Tsushima was further affected economically as the pandemic caused tourism to plunge. In 2018, the number of tourists to Tsushima from South Korea marked a record high of about 410,000, accounting for more than three-quarters of the total number of domestic and foreign visitors to the city. However, the figure drastically fell in 2019.

The city suffered further economic hardships for about three years after international ocean ferry service was suspended in April 2020 as part of border control measures against COVID-19.

In February this year, the ocean routes finally reopened. With border control measures being eased, the re-created ship is set to arrive in Tsushima in time for the Tsushima Izuhara Port Festival, which is scheduled to be held on Aug. 5-6.

Behind the decision is the improvement in the Japan-South Korea relationship with the resumption of reciprocal visits by the leaders of the two countries after a 12-year hiatus.

“No matter how many times we repeated exchanges with South Korean people, there was not much we could do about the relationship between the two countries, and that was disappointing,” said Kazuyuki Matsubara, 78, head of the Liaison Council of All Places Associated with Chosen Tsushinshi, a Tsushima-based nonprofit organization that has promoted Japan-South Korea exchanges for more than 30 years. “But the decision for the ship [to dock in Tsushima] is great news.”

“The hope is to convey the significance of the ship to young people of both countries, leading to further exchanges,” he added.

1st time in 4 years

The Yomiuri Shimbun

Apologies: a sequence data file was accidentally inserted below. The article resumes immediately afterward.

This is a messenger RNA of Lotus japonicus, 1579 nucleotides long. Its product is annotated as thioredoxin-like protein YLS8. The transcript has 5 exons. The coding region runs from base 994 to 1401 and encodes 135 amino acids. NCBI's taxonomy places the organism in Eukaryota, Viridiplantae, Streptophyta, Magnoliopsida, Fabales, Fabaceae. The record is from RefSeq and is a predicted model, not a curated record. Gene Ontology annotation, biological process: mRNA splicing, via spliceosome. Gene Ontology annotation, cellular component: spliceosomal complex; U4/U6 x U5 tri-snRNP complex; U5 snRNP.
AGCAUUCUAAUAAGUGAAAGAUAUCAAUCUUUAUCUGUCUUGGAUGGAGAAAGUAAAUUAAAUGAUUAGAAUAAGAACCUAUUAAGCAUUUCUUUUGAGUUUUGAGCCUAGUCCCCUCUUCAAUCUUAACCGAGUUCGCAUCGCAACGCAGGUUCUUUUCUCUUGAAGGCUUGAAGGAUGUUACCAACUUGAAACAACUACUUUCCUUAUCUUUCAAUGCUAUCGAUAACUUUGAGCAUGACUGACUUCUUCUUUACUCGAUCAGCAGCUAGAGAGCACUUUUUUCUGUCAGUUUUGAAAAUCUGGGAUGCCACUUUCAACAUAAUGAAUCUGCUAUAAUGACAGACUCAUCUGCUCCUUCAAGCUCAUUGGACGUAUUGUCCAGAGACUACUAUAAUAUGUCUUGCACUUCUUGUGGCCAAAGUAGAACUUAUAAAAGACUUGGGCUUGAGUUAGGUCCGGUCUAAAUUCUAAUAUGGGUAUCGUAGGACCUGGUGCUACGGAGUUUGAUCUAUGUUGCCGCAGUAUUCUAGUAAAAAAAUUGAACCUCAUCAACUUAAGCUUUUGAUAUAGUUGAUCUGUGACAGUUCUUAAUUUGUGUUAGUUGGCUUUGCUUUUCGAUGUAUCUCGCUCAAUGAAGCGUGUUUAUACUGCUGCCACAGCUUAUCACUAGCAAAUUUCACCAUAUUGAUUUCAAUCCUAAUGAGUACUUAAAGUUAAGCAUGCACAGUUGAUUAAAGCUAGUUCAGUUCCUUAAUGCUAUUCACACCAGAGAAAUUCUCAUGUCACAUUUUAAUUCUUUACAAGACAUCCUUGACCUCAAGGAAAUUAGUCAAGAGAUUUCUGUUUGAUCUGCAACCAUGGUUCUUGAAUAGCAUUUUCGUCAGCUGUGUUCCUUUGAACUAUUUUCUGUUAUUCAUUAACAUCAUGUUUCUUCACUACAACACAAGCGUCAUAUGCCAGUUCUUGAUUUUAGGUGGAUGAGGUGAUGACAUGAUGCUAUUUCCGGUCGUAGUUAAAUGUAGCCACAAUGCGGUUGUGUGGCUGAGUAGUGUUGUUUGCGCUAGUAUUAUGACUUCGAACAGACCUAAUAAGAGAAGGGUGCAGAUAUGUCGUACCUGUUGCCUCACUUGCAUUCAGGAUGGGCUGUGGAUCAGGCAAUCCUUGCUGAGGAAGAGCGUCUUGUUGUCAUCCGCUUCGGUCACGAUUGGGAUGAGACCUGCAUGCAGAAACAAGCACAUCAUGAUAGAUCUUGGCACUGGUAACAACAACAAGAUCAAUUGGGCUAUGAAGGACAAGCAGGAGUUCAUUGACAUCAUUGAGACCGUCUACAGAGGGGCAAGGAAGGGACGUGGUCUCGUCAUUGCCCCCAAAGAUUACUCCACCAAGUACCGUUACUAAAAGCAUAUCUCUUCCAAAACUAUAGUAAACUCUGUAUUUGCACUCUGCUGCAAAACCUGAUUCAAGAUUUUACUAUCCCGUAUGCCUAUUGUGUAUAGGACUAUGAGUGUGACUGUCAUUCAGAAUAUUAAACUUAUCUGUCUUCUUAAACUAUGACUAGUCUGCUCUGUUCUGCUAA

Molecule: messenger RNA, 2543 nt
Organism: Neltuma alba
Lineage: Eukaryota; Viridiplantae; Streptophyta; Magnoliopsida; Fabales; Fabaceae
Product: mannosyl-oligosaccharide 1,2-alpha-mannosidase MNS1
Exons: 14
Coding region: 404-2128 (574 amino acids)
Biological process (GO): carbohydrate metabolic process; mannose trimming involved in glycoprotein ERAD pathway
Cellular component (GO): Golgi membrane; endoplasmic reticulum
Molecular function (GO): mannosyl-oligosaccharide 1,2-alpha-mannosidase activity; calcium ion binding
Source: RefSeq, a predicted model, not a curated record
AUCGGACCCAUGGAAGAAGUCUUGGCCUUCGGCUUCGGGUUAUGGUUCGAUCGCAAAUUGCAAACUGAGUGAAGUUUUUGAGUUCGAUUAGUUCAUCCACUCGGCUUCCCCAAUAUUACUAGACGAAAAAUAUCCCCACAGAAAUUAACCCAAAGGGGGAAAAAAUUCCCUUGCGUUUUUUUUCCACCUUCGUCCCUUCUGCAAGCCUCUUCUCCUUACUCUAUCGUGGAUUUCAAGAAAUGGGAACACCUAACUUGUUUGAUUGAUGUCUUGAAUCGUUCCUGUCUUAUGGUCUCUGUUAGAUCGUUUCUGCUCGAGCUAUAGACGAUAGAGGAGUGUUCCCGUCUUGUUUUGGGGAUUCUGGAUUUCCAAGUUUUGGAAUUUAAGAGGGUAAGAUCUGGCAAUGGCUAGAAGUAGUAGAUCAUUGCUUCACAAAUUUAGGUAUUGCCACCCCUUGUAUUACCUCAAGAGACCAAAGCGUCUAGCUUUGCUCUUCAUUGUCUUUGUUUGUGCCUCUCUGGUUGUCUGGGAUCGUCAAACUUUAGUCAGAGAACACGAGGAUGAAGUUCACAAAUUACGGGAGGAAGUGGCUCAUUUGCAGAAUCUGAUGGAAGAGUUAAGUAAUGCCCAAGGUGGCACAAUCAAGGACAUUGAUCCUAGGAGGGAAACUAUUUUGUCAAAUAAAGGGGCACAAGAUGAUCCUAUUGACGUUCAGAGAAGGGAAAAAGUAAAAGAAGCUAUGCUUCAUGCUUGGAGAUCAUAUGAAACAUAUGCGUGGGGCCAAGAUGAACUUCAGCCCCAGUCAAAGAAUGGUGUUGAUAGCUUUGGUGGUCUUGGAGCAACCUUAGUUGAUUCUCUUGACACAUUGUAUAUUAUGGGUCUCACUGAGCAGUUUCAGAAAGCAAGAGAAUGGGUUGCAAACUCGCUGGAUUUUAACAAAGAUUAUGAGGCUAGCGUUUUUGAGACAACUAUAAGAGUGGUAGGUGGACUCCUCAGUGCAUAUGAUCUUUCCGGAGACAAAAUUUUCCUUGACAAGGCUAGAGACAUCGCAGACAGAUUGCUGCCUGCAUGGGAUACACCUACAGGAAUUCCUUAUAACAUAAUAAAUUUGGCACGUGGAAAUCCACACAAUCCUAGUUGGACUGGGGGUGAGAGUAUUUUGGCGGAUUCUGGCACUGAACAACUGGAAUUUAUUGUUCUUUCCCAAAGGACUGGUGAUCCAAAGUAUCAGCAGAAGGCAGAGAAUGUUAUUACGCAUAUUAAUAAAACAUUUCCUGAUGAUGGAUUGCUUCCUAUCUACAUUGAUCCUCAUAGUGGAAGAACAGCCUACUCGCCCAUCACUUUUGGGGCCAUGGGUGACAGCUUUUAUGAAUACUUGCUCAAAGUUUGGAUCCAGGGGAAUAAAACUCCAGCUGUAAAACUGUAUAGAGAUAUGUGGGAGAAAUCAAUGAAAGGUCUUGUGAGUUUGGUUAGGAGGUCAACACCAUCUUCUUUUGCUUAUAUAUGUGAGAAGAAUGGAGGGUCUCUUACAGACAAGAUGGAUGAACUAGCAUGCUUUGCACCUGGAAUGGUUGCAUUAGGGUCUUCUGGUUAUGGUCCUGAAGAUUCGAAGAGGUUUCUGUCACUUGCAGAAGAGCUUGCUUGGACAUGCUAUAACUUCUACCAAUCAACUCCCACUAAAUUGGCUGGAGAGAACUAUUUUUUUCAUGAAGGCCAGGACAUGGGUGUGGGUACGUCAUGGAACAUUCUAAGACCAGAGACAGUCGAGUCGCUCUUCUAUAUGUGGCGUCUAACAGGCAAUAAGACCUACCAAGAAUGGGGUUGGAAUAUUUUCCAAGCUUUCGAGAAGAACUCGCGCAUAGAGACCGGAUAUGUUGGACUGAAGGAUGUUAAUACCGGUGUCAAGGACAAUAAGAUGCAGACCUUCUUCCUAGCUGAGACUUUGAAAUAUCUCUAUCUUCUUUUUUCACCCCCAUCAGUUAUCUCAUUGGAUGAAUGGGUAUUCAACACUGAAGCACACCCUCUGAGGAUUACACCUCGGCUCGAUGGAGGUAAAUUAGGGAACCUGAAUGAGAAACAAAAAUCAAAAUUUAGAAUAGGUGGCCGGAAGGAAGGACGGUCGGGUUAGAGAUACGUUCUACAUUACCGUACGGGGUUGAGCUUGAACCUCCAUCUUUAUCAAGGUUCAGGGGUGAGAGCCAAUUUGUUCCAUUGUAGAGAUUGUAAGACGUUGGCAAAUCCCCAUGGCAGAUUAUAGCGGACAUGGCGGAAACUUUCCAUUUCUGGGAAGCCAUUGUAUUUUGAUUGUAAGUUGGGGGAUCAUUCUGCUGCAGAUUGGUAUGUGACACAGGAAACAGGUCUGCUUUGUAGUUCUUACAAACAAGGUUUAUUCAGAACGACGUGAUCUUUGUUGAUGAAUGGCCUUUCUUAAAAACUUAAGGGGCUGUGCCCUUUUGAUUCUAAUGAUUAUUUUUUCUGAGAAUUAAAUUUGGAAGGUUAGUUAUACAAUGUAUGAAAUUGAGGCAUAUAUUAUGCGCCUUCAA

Musicians perform folk music during an event on the re-created ship in Busan, South Korea, on May 7.

In May, the Joseon Tongsinsa Festival was held in Busan under the auspices of the Busan Cultural Foundation. The festival was held without restrictions for the first time in four years, and people were able to ride on the re-created emissary boat. Musicians also played folk music on board.

At the Tsushima Izuhara Port Festival, an emissary procession is set to resume for the first time since the start of the pandemic. During the procession, both Japanese and South Korean people will parade through the city while wearing traditional clothing. Residents of either country will be able to board the vessel while it is docked at the port.

The Yomiuri Shimbun
A Joseon Tongsinsa parade in August 2019 in the Izuhara district on Tsushima Island

“We’re looking forward to welcoming the ship [when it docks at port],” said Tatsuya Sasaki, 42, chairman of an association to honor Korean emissaries. “We hope it will become an opportunity for the Japan-South Korea relationship to improve even further.”

The Tsushima city government also has high hopes for the ship’s arrival.

“This is a great opportunity to promote Tsushima as the island of Korean emissaries, both at home and abroad,” a city government official said. “We hope it will contribute to the friendship between Japan and South Korea and lead to more exchanges.”